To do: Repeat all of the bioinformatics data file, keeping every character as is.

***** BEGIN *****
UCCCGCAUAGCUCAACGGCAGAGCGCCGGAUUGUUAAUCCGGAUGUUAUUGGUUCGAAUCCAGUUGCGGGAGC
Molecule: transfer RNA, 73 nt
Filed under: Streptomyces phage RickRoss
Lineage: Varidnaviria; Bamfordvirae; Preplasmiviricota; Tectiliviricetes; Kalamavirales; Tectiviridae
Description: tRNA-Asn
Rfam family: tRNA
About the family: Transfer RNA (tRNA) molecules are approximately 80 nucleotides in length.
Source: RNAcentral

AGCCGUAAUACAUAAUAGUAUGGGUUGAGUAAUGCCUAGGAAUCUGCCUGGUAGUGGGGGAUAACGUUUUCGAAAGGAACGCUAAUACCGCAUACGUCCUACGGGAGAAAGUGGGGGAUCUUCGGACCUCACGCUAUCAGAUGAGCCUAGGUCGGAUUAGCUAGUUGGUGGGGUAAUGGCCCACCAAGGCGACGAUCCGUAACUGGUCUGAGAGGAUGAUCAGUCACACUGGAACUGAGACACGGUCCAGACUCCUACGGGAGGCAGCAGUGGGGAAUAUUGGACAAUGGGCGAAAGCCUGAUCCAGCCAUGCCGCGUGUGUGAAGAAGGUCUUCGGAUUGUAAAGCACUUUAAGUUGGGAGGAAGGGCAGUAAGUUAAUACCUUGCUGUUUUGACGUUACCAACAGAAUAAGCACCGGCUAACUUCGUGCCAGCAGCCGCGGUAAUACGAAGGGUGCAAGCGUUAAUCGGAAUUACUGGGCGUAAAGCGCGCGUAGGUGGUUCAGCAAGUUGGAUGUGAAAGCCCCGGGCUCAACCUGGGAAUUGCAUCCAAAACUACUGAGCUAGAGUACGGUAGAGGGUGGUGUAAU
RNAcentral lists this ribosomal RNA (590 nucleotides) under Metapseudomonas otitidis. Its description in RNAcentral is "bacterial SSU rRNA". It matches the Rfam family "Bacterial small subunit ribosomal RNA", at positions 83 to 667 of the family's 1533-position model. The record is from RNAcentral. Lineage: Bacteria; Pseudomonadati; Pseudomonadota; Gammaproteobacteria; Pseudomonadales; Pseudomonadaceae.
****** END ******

UCCCGCAUAGCUCAACGGCAGAGCGCCGGAUUGUUAAUCCGGAUGUUAUUGGUUCGAAUCCAGUUGCGGGAGC
Molecule: transfer RNA, 73 nt
Filed under: Streptomyces phage RickRoss
Lineage: Varidnaviria; Bamfordvirae; Preplasmiviricota; Tectiliviricetes; Kalamavirales; Tectiviridae
Description: tRNA-Asn
Rfam family: tRNA
About the family: Transfer RNA (tRNA) molecules are approximately 80 nucleotides in length.
Source: RNAcentral

AGCCGUAAUACAUAAUAGUAUGGGUUGAGUAAUGCCUAGGAAUCUGCCUGGUAGUGGGGGAUAACGUUUUCGAAAGGAACGCUAAUACCGCAUACGUCCUACGGGAGAAAGUGGGGGAUCUUCGGACCUCACGCUAUCAGAUGAGCCUAGGUCGGAUUAGCUAGUUGGUGGGGUAAUGGCCCACCAAGGCGACGAUCCGUAACUGGUCUGAGAGGAUGAUCAGUCACACUGGAACUGAGACACGGUCCAGACUCCUACGGGAGGCAGCAGUGGGGAAUAUUGGACAAUGGGCGAAAGCCUGAUCCAGCCAUGCCGCGUGUGUGAAGAAGGUCUUCGGAUUGUAAAGCACUUUAAGUUGGGAGGAAGGGCAGUAAGUUAAUACCUUGCUGUUUUGACGUUACCAACAGAAUAAGCACCGGCUAACUUCGUGCCAGCAGCCGCGGUAAUACGAAGGGUGCAAGCGUUAAUCGGAAUUACUGGGCGUAAAGCGCGCGUAGGUGGUUCAGCAAGUUGGAUGUGAAAGCCCCGGGCUCAACCUGGGAAUUGCAUCCAAAACUACUGAGCUAGAGUACGGUAGAGGGUGGUGUAAU
RNAcentral lists this ribosomal RNA (590 nucleotides) under Metapseudomonas otitidis. Its description in RNAcentral is "bacterial SSU rRNA". It matches the Rfam family "Bacterial small subunit ribosomal RNA", at positions 83 to 667 of the family's 1533-position model. The record is from RNAcentral. Lineage: Bacteria; Pseudomonadati; Pseudomonadota; Gammaproteobacteria; Pseudomonadales; Pseudomonadaceae.